The two most common type of Irises grown are the Bearded and the Siberian Irises. Members of the genus Iris bloom between the months of February and May, depending on the species.
Tips for Iris Flower Care
Planting Site Preparation
Before planting the iris plant, you need to choose a planting location. The place should receive between six and eight hours of direct sunlight each day and have good air circulation. Two weeks before planting the Iris rhizomes, the soil has to be prepared.
Spread two to three inches of organic compost over the planting site. Use a tiller to break the soil up and mix in the compost. Remove any visible rocks which can serve as an impediment to the root system.
Iris Flower Planting
Dig a hole large enough to hold the Iris rhizome and form a small cone in the bottom of the hole. This allows the pointed tip of the rhizome to emerge from the surface. Now place the rhizome in the hole, and spread the roots out as much as possible. Fill the hole with soil and water.
This should help compact the soil around the roots and fill up any air pockets in it. Allow a space of at least eight inches before planting the other Iris rhizomes. This allows sufficient room for root growth.
For encouraging a nice flush of blooms you need to keep to keep the soil moist (not wet). Water the Iris rhizomes thrice a week and reduce it to twice a week after growth begins. This should be done so as to allow the soil to dry slightly between watering. In winters, the iris flowers need to be watered just once a week and only on weeks with no rainfall.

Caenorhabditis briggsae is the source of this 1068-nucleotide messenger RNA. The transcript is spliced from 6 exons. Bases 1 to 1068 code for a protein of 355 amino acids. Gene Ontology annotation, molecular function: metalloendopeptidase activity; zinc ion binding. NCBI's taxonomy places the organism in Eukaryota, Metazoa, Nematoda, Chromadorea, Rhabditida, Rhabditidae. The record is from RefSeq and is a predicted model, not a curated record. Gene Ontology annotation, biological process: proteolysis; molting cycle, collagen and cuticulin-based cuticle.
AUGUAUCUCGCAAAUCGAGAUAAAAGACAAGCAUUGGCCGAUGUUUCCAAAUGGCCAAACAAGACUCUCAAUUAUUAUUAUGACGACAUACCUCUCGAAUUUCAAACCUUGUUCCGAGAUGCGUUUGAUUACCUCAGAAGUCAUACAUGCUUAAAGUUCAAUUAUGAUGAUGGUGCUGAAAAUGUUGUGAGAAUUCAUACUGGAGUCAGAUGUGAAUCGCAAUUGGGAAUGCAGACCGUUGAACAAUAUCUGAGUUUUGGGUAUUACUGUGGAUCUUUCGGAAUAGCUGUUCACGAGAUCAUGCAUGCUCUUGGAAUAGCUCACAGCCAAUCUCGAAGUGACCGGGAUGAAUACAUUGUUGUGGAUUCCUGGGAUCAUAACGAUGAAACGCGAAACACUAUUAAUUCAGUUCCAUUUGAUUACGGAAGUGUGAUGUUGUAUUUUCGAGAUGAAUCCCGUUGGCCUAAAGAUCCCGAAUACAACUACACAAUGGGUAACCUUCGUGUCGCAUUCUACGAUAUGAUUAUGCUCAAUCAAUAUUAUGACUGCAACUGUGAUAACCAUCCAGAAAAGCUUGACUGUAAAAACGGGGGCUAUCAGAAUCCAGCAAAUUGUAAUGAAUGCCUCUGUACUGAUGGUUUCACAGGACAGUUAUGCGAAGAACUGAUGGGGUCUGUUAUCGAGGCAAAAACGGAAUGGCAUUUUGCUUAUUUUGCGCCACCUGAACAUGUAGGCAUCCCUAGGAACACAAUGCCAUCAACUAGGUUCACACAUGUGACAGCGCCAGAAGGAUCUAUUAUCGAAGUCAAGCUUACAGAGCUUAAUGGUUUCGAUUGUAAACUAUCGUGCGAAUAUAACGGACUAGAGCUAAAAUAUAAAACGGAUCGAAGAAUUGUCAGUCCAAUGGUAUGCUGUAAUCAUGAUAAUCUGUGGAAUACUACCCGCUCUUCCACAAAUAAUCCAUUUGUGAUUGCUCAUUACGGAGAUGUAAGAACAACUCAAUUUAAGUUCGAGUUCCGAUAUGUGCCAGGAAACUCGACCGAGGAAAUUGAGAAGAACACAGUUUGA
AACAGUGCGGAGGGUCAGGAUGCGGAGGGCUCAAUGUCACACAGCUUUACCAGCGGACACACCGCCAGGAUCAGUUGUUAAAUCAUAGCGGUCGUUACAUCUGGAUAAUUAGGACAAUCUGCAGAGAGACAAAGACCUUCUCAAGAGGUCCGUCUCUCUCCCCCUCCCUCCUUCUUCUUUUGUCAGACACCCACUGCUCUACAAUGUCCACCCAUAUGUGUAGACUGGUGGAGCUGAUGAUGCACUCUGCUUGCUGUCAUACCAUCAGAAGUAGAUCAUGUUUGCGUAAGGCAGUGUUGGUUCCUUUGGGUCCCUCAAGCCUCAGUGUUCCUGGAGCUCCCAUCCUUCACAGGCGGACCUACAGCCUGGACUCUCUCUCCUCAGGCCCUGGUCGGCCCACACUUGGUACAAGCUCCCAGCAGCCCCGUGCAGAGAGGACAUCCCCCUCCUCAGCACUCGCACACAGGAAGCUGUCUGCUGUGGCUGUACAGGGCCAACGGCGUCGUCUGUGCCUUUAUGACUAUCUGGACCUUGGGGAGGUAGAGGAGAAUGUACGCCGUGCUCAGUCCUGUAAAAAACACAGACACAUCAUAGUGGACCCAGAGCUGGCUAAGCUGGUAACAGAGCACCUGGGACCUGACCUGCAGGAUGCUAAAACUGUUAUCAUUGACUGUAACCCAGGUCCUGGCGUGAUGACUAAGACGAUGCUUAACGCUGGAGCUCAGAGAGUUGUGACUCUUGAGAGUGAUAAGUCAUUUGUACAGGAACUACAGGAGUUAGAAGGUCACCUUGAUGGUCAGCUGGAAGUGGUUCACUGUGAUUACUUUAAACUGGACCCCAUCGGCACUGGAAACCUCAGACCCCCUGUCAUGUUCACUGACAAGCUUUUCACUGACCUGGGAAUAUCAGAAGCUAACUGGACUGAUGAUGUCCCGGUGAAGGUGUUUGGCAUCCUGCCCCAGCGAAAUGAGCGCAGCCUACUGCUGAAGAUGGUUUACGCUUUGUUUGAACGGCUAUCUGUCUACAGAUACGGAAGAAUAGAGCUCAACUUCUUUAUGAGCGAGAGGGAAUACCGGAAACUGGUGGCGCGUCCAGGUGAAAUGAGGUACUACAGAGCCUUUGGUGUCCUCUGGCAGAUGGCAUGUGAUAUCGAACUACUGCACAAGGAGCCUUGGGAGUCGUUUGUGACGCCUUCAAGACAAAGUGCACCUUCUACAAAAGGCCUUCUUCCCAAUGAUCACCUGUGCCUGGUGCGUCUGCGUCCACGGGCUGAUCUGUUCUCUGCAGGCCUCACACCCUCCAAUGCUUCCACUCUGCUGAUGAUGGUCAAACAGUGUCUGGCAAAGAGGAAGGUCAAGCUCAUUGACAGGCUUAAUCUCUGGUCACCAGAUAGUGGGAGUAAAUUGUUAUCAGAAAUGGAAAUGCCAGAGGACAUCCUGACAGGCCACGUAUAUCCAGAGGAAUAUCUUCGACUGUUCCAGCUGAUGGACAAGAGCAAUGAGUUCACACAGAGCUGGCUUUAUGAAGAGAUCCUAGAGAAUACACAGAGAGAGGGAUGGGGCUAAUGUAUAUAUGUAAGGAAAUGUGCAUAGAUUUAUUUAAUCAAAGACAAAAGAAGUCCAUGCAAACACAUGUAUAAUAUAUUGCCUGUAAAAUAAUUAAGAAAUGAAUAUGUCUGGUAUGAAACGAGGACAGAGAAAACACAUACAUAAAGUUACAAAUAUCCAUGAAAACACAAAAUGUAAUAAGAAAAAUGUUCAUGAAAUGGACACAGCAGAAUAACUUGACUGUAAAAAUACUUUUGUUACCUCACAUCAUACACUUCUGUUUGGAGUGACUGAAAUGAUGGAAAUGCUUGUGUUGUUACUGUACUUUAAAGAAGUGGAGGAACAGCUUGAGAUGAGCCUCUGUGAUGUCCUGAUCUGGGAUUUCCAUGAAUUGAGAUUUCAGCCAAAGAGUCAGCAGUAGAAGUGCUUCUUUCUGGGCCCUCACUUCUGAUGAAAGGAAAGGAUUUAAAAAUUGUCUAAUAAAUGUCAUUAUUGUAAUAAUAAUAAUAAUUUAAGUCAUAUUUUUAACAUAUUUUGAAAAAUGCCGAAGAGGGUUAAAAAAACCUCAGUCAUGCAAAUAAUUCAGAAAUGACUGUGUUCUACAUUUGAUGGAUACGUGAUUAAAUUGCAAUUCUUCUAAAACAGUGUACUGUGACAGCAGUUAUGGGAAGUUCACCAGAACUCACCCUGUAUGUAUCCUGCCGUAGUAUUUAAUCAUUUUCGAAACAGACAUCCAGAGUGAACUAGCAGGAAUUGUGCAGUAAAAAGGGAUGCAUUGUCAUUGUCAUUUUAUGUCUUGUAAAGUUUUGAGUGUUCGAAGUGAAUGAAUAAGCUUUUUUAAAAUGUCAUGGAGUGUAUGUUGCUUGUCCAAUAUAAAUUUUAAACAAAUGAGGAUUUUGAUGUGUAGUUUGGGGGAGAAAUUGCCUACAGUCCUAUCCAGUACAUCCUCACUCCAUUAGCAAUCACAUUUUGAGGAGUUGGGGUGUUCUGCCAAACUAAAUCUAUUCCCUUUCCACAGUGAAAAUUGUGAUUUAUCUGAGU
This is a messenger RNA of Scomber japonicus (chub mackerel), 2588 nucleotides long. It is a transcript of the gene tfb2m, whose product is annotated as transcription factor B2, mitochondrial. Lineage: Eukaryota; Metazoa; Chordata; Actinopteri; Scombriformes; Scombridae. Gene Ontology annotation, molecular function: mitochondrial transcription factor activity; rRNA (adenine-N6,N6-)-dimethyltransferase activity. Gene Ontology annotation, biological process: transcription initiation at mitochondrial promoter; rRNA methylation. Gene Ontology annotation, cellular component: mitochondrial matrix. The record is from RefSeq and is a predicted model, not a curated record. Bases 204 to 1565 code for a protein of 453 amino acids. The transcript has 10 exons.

Fertilizing and Mulching
You need to use fertilizer once a month during spring and summer. In the fall and winter seasons, fertilization is not needed as the Iris plants do not absorb all the nutrients and the excessive fertilizers in the soil can result in root burn. Water the soil after applying the fertilizer to help it integrate into the earth.
Also, just before frost, you need to spread the mulch around the Iris plants. This prevents the temperature of the soil from fluctuating, resulting from constant freezing and thawing.
Once the flowers have faded to an inch or two above the rhizome, cut the flower stalks back. This should prevent seed formation and allow vigorous growth. In the fall season, you need to cut the leaves back to 6-8 inches above the ground to prevent future insect and disease problems.
If heaving occurs, it is best not to force the plants back into the soil and instead, cover the rhizomes and the roots that are exposed with some soil.
After 3 to 5 years, once the clumps become crowded, it may be beneficial to divide them. This can be done 4 to 6 weeks after flowering. All you need to do is cut the leaves to one-third their length.